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Private bank incentives for bond deals face pressure

* Wealth managers address concerns over conflict of interest

By Daniel Stanton

SINGAPORE, Nov 21 (IFR) - Controversial private bank rebates in Asian bond issues could soon become a thing of the past, after UBS stopped indulging in the practice and banks in Singapore started disclosing details of the incentives they receive.

Bookrunners routinely offer one-off rebates of 25 cents to one dollar per $100 in face value to encourage private banks to study a bond offering and potentially recommend it to clients.

Sources said UBS had recently stopped accepting rebates on bond deals it sells to PB clients. In Europe, the rebate is passed on to clients and, in Asia, it does not accept the rebate at all. UBS declined to comment.

In recent weeks, Singapore banks have also started telling their PB clients when they stand to receive a rebate on bond deals they market.

High-net-worth customers are especially important in Asia's high-yield credit market and, in some local currency markets, often take up the majority of a new issue. Wealthy individuals are keen to chase yield and can often magnify their returns by putting down as little as a third of the investment in cash and borrowing the rest from the bank.

There are no strict rules on the beneficiaries of the rebate, but it often goes to relationship managers at PBs.

That has sparked claims that the practice creates a conflict of interest, since PBs have an extra incentive to sell the bonds to clients and often do not disclose the extra payment they receive. FULL DISCLOSURE The Association of Banks in Singapore, an industry group, said that, "with effect from 1 Oct 2016, PBs in Singapore are required, under the PB Code of Conduct, to specifically disclose bond rebates to clients prior to or at the point of sale".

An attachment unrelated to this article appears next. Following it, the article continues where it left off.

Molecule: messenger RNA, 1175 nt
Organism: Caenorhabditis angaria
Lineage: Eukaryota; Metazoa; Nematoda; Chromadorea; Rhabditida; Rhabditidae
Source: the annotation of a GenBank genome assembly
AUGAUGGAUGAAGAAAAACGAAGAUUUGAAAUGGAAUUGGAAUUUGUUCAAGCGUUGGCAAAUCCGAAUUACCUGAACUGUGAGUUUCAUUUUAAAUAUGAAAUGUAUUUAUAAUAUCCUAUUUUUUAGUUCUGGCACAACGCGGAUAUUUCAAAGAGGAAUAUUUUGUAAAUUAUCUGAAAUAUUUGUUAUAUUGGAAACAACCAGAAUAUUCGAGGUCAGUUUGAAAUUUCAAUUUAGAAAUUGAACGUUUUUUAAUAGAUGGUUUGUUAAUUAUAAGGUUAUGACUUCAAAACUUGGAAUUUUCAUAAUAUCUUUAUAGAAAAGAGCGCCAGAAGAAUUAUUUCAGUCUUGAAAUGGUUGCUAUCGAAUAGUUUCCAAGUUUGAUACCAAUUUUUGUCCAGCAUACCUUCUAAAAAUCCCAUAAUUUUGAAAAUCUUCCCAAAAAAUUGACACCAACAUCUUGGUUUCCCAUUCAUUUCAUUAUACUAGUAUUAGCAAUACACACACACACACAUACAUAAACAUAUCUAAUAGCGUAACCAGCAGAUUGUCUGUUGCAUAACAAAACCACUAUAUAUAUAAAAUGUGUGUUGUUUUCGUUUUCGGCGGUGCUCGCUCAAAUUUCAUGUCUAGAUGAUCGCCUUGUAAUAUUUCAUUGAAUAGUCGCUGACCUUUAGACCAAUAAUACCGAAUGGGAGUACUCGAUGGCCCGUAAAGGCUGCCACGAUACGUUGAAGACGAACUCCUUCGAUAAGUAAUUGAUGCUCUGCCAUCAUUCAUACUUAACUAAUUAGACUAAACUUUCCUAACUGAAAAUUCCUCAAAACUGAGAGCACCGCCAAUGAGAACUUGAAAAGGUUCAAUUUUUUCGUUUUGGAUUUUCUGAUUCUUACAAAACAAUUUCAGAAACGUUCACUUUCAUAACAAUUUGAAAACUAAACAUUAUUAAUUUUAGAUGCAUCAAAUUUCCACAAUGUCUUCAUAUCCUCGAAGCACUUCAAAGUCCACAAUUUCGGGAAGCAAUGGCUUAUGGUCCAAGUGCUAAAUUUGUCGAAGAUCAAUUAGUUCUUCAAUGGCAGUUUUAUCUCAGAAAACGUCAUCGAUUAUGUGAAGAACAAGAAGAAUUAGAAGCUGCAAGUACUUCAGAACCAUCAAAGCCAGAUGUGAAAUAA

The Monetary Authority of Singapore is believed to be taking the issue of PB rebates seriously. Earlier this year, it set up a task force to examine practices at PBs, including disclosures related to sales concessions. Tan Su Shan, co-chair of the MAS PB industry group, is also group head of consumer banking and wealth management at DBS.

The MAS declined to comment on the issue.

A DCM banker in Singapore said standards might need to be set on the phrasing of communications related to bond offerings, since it might be possible to remove the part that discloses whether or not banks receive rebates for PB sales.

"There is some talk of putting it in the terms," said the banker. "If it is just mentioned in an update, bankers can remove it, but they can't remove it from the terms."

The Asia Securities Industry and Financial Markets Association, a capital markets industry body, went as far as to suggest the wording that banks should use to disclose such concessions - in July 2014.

Such rebates are especially common in the Singapore dollar market, where PB investors are often willing to buy risky unrated bonds at tighter yields than institutional investors will demand.

After a series of defaults, however, investors have started to question if their wealth managers are always acting in their best interests when they recommend investments.

A bond investor said a particular Singapore dollar bond issue in recent years had been marketed with a 25-cent PB concession, but had struggled to attract interest due to a low yield. Instead of raising the yield, the issuer had simply increased the PB concession to 50 cents to motivate sales staff.

"They doubled the rebate and, the next day, the deal was done," said the investor. "If you increase the coupon by 25 basis points, that's a recurring cost. If you increase the rebate, that's a one-time cost." (Reporting by Daniel Stanton; Editing by Vincent Baby and Steve Garton)

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